In a cynical age, conspicuous caring is good for your image; celebrities know that, and so does business. Nestle’s failed attempts to find a charity to help redeem its reputation contrast with Mattel’s recent partnership with Save the Children on a spangly wristband. Celebrities want charities to lend them a bit of depth, but businesses want approval, and they will pay for it. Multinationals tired of wrangling with charities simply become one themselves. From Ronald McDonald House Charities to Sky’s Reach for the Sky, ethical initiatives are carefully crafted to be on-message and on-brand.

Even shopping has been given a veneer of philanthropy. Snack foods and washing powders put computers into schools or beds into children’s wards. Brands such as Ben & Jerry’s are marketed as caring products for the caring generation, offering the reassurance that even when it comes to ice cream, you can Do The Right Thing. A Jewish proverb says: “If charity cost nothing, we would all be philanthropists.” Perhaps we are getting there now.

For those who work for charities, the development of our “caring society” provokes mixed emotions. It reflects the dynamism of a sector that has had the courage to change. It has made people proud to care, and shown that there are new and imaginative ways to engage society. If the most superficial of actions achieves something, isn’t something better than nothing?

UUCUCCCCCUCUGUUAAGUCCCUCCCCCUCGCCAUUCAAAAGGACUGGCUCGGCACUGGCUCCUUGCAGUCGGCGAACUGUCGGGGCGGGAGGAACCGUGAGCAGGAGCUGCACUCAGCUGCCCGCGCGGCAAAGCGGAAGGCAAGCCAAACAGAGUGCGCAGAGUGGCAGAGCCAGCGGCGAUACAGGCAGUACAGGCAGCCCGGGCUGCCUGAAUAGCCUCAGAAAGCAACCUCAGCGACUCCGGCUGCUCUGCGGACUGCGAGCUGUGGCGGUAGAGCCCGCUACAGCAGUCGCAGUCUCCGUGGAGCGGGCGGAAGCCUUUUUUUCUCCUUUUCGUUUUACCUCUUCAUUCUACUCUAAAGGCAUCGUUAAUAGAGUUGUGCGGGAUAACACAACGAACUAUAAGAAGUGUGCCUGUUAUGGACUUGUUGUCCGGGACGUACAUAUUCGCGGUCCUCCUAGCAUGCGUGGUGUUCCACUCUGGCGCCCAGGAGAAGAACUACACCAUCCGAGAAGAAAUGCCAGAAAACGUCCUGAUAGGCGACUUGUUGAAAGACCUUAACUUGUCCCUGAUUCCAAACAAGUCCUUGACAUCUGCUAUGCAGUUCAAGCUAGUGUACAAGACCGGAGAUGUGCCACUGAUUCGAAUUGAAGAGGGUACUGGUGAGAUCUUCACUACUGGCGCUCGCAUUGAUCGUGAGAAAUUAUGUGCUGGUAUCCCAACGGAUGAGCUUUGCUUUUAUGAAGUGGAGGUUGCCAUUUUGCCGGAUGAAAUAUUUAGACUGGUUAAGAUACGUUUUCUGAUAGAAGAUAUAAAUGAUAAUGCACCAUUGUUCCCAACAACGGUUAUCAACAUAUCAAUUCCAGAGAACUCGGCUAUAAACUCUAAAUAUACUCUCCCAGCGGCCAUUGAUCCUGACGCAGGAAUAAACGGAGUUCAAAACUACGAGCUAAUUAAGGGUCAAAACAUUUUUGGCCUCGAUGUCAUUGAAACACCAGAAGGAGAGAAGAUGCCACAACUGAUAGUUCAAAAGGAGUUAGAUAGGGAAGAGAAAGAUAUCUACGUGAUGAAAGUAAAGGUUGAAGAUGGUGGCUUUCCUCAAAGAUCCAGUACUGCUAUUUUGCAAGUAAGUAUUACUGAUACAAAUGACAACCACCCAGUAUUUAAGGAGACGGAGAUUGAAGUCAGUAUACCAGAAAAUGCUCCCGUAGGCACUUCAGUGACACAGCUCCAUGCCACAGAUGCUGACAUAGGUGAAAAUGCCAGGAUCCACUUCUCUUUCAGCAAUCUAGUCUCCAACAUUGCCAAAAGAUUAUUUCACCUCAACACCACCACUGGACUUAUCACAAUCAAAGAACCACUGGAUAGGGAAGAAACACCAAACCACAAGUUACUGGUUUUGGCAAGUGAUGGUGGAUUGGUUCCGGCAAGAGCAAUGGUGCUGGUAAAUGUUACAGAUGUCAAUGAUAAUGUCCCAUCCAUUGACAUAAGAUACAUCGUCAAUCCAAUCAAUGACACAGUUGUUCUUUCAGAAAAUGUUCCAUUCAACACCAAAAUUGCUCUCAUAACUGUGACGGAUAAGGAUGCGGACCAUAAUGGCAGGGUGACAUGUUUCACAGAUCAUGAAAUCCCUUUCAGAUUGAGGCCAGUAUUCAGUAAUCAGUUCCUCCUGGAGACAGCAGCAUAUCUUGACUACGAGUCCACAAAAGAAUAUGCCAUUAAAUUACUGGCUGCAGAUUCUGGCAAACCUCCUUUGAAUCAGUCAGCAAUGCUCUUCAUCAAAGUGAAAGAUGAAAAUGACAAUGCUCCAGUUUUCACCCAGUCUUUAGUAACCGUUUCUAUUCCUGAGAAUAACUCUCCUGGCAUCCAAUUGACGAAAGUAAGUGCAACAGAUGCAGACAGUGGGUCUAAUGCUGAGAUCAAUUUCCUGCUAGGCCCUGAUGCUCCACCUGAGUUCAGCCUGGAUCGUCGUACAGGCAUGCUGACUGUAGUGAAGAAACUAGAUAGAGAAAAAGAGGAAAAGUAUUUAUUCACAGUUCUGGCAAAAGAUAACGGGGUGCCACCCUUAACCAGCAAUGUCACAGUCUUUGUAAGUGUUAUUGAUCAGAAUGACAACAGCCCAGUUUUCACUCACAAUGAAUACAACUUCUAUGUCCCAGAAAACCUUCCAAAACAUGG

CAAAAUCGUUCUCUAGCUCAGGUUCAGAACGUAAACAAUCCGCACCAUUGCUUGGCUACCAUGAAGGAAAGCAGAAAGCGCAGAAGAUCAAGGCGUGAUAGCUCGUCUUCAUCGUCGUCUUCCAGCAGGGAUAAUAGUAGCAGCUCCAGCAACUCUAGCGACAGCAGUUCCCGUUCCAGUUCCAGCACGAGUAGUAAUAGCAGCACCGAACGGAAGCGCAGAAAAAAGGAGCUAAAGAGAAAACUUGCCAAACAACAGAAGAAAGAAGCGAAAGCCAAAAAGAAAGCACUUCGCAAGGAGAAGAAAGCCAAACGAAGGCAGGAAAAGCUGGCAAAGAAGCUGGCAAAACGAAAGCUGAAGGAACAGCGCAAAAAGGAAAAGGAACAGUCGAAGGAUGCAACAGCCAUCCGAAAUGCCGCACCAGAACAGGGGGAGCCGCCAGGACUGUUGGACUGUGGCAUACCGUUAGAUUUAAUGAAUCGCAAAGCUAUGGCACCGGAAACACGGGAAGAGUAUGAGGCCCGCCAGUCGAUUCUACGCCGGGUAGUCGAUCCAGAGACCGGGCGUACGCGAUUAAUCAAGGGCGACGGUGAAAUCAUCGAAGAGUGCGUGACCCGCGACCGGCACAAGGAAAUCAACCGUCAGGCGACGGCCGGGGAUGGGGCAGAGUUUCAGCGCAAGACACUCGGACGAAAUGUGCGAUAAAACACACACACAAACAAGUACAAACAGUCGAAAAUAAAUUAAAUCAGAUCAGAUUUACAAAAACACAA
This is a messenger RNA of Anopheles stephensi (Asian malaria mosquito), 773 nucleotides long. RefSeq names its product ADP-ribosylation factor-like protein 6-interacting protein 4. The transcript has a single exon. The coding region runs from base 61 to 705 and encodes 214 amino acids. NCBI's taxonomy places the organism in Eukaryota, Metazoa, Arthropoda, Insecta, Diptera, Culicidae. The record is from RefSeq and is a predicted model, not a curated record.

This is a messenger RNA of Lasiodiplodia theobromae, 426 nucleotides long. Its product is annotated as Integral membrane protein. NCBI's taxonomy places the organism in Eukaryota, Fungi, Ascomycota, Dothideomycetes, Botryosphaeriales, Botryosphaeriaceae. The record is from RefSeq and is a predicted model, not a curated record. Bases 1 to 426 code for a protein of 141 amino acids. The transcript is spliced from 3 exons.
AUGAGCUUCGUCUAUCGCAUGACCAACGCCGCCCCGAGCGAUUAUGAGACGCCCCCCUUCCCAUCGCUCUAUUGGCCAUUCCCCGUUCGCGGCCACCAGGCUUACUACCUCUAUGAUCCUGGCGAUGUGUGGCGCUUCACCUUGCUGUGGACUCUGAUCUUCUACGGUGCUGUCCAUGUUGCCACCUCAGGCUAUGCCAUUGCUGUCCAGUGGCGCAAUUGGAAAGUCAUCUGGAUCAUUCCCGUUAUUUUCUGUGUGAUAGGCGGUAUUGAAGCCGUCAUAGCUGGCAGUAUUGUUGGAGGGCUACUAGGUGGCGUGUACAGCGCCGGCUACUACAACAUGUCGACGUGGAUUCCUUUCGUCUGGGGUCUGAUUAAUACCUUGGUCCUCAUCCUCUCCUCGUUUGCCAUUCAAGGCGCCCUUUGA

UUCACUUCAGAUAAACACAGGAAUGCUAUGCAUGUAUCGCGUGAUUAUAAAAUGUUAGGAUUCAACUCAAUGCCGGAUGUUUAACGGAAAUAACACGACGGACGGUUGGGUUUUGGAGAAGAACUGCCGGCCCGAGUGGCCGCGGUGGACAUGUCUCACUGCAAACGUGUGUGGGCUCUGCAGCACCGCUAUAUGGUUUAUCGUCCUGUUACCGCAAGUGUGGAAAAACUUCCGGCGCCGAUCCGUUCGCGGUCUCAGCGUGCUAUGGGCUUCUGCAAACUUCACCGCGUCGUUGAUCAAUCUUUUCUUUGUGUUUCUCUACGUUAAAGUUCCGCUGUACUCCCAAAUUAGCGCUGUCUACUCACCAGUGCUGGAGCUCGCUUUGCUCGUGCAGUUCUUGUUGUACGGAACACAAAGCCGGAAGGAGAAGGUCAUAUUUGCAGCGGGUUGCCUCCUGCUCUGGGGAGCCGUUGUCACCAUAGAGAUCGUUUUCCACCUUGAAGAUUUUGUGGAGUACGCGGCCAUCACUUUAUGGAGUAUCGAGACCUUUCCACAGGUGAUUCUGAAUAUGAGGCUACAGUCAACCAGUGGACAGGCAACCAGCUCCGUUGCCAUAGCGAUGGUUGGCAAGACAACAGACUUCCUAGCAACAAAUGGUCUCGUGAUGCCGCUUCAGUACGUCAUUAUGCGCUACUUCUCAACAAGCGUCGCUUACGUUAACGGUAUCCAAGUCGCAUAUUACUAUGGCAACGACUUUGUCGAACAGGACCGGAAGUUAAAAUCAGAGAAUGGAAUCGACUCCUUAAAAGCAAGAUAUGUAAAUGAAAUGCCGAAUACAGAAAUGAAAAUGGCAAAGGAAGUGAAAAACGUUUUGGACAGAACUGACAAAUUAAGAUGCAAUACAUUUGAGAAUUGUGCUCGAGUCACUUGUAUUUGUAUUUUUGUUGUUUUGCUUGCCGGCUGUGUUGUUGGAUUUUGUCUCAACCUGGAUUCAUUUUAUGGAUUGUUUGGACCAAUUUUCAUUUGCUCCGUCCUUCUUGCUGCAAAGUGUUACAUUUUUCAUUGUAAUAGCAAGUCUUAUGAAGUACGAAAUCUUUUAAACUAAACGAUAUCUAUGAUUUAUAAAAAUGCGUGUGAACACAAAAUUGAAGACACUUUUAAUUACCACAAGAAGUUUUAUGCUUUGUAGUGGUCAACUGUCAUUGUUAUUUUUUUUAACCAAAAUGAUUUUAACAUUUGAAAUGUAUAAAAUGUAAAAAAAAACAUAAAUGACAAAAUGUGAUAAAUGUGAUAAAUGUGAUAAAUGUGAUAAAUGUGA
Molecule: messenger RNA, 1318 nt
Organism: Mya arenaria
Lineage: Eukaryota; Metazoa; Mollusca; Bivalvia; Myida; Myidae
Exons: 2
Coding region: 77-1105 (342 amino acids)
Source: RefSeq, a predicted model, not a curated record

But behind our collective love-in, there is an artifice in which we are all complicit – an ethical version of the emperor’s new clothes. If we lose the ability to discern caring from posing, we risk devaluing charity into a public performance devoid of meaning and credibility. The conscience industry risks becoming a reactionary force. By creating an illusory culture of caring, we believe we are doing good when in fact we are doing nothing. Our conscience off the hook, we can settle back to the status quo.

I don’t believe this yet to be true, but it is a reminder that complacency can be our greatest enemy. Charity can be a means to remember, or an excuse to forget. We should celebrate the growth of the conscience industry for transforming how we think about charity and providing the stimulus to do more. Our challenge, however, is to use this moment to ensure that when we care, we do – and that what we do matters.

Joshua Blackburn is director of the communications agency Provokateur, which specialises in the charity sector